taxation may need to increase post-crisis. A corporate tax increase to fund the
immense current stimulus programs would negatively impact equity values, in our
view. Alternatively, any increase in personal tax rates would reduce disposable
income and may constrain long-term consumer spending. At the time of writing,
the S&P 500 Index was trading at mid-2019 levels and the MSCI World Index at
early 2019 levels. Assuming that current intrinsic business values are equal to
or higher than underlying values eight to 12 months prior to the coronavirus
outbreak is illogical, in our view, indicating that investors may be
incorporating overly optimistic assumptions into prevailing market prices.
Given the severity of the coronavirus situation in the
US, the more exaggerated market recovery across US equities, and the greater
magnitude of stimulus measures enacted within America (and thereby higher
probability of future tax increases), we are presently seeing more attractive
investment opportunities amongst the international companies we own and follow
compared to their US peers. In other words, we believe the disparity between
business values based on rational expectations and market prices appears most
pronounced in US equity markets, with current prices in many cases reflecting
overly optimistic assumptions. In addition to the disparity between US and international
valuations, we continue to see a discrepancy between large- and small-cap
valuations, with small-cap valuations continuing to remain more attractive, in
our view. Our team seeks to avoid companies and areas where we believe excessively
optimistic underlying business performance assumptions are imbedded in current
market prices. Instead, we focus on a select number of businesses that we
believe are rationally priced, high performing, and competitively entrenched.
Read more blogs in this series:
As earnings season
looms, portfolio managers look for long-term opportunity
discuss the risks and opportunities ahead
Where do portfolio managers see opportunity in today’s environment?
1 Source: US Bureau of Economic Analysis, as of April 29,
2 Source: The Wall Street Journal, “U.S. Economy Shrank
at 4.8% Pace in First Quarter,” April 29, 2020
3 Based on the Russell 1000 Growth Index and Russell 1000
4 Source: National Bureau of Economic Research, Empirical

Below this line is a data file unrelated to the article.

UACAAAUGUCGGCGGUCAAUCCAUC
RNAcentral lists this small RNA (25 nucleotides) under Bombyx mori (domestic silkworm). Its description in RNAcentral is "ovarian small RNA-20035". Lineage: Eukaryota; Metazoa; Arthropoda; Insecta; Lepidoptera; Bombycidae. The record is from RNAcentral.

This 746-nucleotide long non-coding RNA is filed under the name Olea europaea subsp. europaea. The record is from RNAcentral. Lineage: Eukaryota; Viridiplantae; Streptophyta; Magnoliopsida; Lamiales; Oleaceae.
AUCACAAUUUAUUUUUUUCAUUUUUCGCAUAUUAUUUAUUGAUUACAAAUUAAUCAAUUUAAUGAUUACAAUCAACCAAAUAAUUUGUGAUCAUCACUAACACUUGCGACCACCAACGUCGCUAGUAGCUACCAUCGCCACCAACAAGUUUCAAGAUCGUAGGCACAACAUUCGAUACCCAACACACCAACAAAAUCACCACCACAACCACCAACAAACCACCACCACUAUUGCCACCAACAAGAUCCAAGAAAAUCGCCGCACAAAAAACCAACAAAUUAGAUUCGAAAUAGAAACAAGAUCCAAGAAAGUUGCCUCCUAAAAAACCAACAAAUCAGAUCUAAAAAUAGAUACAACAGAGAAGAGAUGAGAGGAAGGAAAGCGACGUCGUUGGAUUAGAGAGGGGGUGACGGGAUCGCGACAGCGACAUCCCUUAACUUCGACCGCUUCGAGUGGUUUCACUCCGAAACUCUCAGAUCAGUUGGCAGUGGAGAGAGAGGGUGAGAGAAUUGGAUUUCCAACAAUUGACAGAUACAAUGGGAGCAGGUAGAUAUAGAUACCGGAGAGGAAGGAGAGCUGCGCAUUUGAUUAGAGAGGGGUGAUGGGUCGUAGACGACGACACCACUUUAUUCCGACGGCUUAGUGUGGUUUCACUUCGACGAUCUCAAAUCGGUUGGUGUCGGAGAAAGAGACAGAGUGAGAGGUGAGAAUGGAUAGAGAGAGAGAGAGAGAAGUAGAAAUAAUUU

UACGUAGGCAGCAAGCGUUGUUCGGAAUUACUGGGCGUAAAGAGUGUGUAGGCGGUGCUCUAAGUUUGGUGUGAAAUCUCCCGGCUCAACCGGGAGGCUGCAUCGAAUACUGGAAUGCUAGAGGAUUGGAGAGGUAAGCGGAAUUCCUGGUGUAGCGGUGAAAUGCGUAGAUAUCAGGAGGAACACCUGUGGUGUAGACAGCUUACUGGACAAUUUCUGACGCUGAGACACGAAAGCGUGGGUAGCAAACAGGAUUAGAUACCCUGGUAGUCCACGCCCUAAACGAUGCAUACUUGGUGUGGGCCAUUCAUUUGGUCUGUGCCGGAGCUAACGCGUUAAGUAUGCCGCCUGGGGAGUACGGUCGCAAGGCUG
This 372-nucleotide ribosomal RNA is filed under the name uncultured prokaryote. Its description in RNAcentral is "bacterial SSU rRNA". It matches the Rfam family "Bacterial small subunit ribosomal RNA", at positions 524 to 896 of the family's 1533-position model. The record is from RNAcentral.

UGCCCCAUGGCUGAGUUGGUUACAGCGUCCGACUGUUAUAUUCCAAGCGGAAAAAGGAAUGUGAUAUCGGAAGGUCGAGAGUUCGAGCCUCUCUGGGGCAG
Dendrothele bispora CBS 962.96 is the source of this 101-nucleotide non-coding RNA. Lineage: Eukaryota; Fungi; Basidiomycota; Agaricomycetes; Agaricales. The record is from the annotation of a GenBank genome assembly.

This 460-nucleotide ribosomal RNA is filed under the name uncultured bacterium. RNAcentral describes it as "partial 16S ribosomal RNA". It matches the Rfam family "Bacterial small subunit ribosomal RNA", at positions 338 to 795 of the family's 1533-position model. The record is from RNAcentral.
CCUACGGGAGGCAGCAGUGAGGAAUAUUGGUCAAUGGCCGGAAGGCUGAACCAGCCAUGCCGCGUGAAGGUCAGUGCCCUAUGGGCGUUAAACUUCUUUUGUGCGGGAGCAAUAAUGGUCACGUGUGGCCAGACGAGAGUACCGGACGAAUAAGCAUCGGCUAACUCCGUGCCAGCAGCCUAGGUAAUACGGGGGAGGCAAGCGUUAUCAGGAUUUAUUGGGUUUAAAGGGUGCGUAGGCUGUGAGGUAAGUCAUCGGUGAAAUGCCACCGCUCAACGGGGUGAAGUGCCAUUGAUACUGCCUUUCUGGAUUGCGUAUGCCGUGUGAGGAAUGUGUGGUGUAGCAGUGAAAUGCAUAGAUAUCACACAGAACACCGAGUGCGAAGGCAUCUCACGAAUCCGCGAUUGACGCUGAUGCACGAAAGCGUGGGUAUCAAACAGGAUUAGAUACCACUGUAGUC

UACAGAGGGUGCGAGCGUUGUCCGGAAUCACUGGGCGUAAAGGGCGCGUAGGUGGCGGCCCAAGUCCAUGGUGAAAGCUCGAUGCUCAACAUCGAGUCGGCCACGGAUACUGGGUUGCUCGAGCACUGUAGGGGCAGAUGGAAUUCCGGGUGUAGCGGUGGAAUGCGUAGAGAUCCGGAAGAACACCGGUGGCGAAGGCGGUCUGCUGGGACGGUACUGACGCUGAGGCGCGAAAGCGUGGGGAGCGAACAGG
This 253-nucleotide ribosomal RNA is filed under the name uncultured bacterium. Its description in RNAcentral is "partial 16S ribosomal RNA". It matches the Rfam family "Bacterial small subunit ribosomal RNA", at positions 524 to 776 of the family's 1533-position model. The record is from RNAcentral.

Research Partners Analysis. Based on price-to-book data of the largest 1,500
5 Source: FactSet Research Systems, as of March 31, 2020
6 Source: Bloomberg, L.P.
7 Source: Credit Suisse
Blog header image: Marcin Jozwiak / Unsplash
Investments in real estate related
instruments may be affected by economic, legal, or environmental factors that
affect property values, rents or occupancies of real estate. Real estate
companies, including REITs or similar structures, tend to be small and mid-cap
companies and their shares may be more volatile and less liquid.
Fixed-income investments are subject to credit
risk of the issuer and the effects of changing interest rates. Interest rate
risk refers to the risk that bond prices generally fall as interest rates rise
and vice versa. An issuer may be unable to meet interest and/or principal
payments, thereby causing its instruments to decrease in value and lowering the
issuer’s credit rating.
A value style of investing is subject to the
risk that the valuations never improve or that the returns will trail other
styles of investing or the overall stock markets.
Many products and services offered in
technology-related industries are subject to rapid obsolescence, which may
lower the value of the issuers.
Investments in financial institutions may be
subject to certain risks, including the risk of regulatory actions, changes in
interest rates and concentration of loan portfolios in an industry or sector.
The risks of investing in securities of
foreign issuers can include fluctuations in foreign currencies, political and
economic instability, and foreign taxation issues.
Stocks of small and mid-sized companies tend
to be more vulnerable to adverse developments, may be more volatile, and may be
illiquid or restricted as to resale.
Standard deviation is a measure of the amount
of variation or dispersion of a set of values. A higher standard deviation
indicates a bigger variation from the mean.
spread is the difference in yield between bonds of similar maturity but with
different credit quality.
The price-to-book (P/B) ratio
is calculated by dividing the market price of a stock by the book value per
The price-to-earnings (P/E)
ratio measures a stock’s valuation by dividing its share price by its earnings
Russell 1000® Growth Index, a trademark/service mark of the Frank Russell Co.®,
is an unmanaged index considered representative of large-cap growth stocks.
Russell 1000® Value Index, a trademark/service mark of the Frank Russell Co.®,
is an unmanaged index considered representative of large-cap value stocks.
S&P 500® Index is an unmanaged index considered representative of the US
The MSCI World Index is
an unmanaged index considered representative of stocks of developed countries.
The opinions referenced above are those of the author as of April
30, 2020. These comments should not be construed as recommendations, but as
an illustration of broader themes. Forward-looking statements are not
guarantees of future results. They involve risks, uncertainties and
assumptions; there can be no assurance that actual results will not differ
materially from expectations.